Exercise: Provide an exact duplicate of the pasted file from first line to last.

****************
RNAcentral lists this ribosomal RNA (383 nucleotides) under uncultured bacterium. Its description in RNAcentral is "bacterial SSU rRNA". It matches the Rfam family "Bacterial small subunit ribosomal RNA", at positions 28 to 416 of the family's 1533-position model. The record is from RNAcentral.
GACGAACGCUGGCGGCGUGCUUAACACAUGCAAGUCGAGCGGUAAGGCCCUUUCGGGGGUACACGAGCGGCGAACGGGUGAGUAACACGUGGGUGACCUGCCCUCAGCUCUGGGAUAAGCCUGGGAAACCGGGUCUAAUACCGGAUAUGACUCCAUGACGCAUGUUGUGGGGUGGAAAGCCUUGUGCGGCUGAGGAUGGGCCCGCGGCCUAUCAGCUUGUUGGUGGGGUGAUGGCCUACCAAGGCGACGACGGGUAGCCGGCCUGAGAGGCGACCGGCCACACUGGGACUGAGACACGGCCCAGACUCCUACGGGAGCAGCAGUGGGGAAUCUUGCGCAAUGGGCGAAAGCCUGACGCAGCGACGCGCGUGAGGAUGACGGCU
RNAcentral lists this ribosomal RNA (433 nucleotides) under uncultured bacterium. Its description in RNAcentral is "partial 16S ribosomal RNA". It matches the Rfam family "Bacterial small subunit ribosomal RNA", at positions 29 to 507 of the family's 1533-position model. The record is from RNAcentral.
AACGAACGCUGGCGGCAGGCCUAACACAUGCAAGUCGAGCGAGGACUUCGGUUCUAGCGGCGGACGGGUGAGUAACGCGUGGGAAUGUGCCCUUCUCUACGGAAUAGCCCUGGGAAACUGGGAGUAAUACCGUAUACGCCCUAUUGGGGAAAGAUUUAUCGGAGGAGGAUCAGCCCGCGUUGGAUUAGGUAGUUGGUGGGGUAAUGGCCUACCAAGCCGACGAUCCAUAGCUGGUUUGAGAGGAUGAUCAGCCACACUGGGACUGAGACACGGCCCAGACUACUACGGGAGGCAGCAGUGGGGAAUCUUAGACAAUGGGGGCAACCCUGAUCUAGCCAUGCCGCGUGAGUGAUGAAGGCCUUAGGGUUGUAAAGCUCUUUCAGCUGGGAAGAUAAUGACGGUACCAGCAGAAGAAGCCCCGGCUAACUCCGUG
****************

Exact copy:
RNAcentral lists this ribosomal RNA (383 nucleotides) under uncultured bacterium. Its description in RNAcentral is "bacterial SSU rRNA". It matches the Rfam family "Bacterial small subunit ribosomal RNA", at positions 28 to 416 of the family's 1533-position model. The record is from RNAcentral.
GACGAACGCUGGCGGCGUGCUUAACACAUGCAAGUCGAGCGGUAAGGCCCUUUCGGGGGUACACGAGCGGCGAACGGGUGAGUAACACGUGGGUGACCUGCCCUCAGCUCUGGGAUAAGCCUGGGAAACCGGGUCUAAUACCGGAUAUGACUCCAUGACGCAUGUUGUGGGGUGGAAAGCCUUGUGCGGCUGAGGAUGGGCCCGCGGCCUAUCAGCUUGUUGGUGGGGUGAUGGCCUACCAAGGCGACGACGGGUAGCCGGCCUGAGAGGCGACCGGCCACACUGGGACUGAGACACGGCCCAGACUCCUACGGGAGCAGCAGUGGGGAAUCUUGCGCAAUGGGCGAAAGCCUGACGCAGCGACGCGCGUGAGGAUGACGGCU
RNAcentral lists this ribosomal RNA (433 nucleotides) under uncultured bacterium. Its description in RNAcentral is "partial 16S ribosomal RNA". It matches the Rfam family "Bacterial small subunit ribosomal RNA", at positions 29 to 507 of the family's 1533-position model. The record is from RNAcentral.
AACGAACGCUGGCGGCAGGCCUAACACAUGCAAGUCGAGCGAGGACUUCGGUUCUAGCGGCGGACGGGUGAGUAACGCGUGGGAAUGUGCCCUUCUCUACGGAAUAGCCCUGGGAAACUGGGAGUAAUACCGUAUACGCCCUAUUGGGGAAAGAUUUAUCGGAGGAGGAUCAGCCCGCGUUGGAUUAGGUAGUUGGUGGGGUAAUGGCCUACCAAGCCGACGAUCCAUAGCUGGUUUGAGAGGAUGAUCAGCCACACUGGGACUGAGACACGGCCCAGACUACUACGGGAGGCAGCAGUGGGGAAUCUUAGACAAUGGGGGCAACCCUGAUCUAGCCAUGCCGCGUGAGUGAUGAAGGCCUUAGGGUUGUAAAGCUCUUUCAGCUGGGAAGAUAAUGACGGUACCAGCAGAAGAAGCCCCGGCUAACUCCGUG